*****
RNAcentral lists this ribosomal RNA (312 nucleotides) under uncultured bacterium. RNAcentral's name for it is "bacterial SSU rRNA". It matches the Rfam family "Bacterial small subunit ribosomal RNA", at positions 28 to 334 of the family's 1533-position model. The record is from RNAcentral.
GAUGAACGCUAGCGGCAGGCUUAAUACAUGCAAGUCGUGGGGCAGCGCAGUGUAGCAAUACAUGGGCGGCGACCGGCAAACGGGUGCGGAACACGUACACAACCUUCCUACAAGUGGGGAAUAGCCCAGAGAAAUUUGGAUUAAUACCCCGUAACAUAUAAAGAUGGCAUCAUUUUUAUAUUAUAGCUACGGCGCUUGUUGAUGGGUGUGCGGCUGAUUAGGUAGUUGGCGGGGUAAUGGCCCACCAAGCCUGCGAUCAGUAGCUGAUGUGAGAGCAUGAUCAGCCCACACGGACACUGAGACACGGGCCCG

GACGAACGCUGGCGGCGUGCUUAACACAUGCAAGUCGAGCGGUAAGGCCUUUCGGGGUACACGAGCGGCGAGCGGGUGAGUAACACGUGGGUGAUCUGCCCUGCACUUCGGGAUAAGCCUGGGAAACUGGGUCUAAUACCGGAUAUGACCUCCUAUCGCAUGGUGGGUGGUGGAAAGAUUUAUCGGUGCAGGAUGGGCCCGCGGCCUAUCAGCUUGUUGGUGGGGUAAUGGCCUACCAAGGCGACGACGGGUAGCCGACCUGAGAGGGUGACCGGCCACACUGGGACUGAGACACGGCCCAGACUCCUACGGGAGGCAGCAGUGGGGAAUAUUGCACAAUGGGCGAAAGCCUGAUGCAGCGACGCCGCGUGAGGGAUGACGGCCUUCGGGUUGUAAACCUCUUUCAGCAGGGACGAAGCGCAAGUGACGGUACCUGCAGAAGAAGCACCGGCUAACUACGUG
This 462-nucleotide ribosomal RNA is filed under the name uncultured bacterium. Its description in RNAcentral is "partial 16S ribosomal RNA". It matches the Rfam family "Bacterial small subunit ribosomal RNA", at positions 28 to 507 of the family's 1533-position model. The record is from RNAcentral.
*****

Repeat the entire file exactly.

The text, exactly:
RNAcentral lists this ribosomal RNA (312 nucleotides) under uncultured bacterium. RNAcentral's name for it is "bacterial SSU rRNA". It matches the Rfam family "Bacterial small subunit ribosomal RNA", at positions 28 to 334 of the family's 1533-position model. The record is from RNAcentral.
GAUGAACGCUAGCGGCAGGCUUAAUACAUGCAAGUCGUGGGGCAGCGCAGUGUAGCAAUACAUGGGCGGCGACCGGCAAACGGGUGCGGAACACGUACACAACCUUCCUACAAGUGGGGAAUAGCCCAGAGAAAUUUGGAUUAAUACCCCGUAACAUAUAAAGAUGGCAUCAUUUUUAUAUUAUAGCUACGGCGCUUGUUGAUGGGUGUGCGGCUGAUUAGGUAGUUGGCGGGGUAAUGGCCCACCAAGCCUGCGAUCAGUAGCUGAUGUGAGAGCAUGAUCAGCCCACACGGACACUGAGACACGGGCCCG

GACGAACGCUGGCGGCGUGCUUAACACAUGCAAGUCGAGCGGUAAGGCCUUUCGGGGUACACGAGCGGCGAGCGGGUGAGUAACACGUGGGUGAUCUGCCCUGCACUUCGGGAUAAGCCUGGGAAACUGGGUCUAAUACCGGAUAUGACCUCCUAUCGCAUGGUGGGUGGUGGAAAGAUUUAUCGGUGCAGGAUGGGCCCGCGGCCUAUCAGCUUGUUGGUGGGGUAAUGGCCUACCAAGGCGACGACGGGUAGCCGACCUGAGAGGGUGACCGGCCACACUGGGACUGAGACACGGCCCAGACUCCUACGGGAGGCAGCAGUGGGGAAUAUUGCACAAUGGGCGAAAGCCUGAUGCAGCGACGCCGCGUGAGGGAUGACGGCCUUCGGGUUGUAAACCUCUUUCAGCAGGGACGAAGCGCAAGUGACGGUACCUGCAGAAGAAGCACCGGCUAACUACGUG
This 462-nucleotide ribosomal RNA is filed under the name uncultured bacterium. Its description in RNAcentral is "partial 16S ribosomal RNA". It matches the Rfam family "Bacterial small subunit ribosomal RNA", at positions 28 to 507 of the family's 1533-position model. The record is from RNAcentral.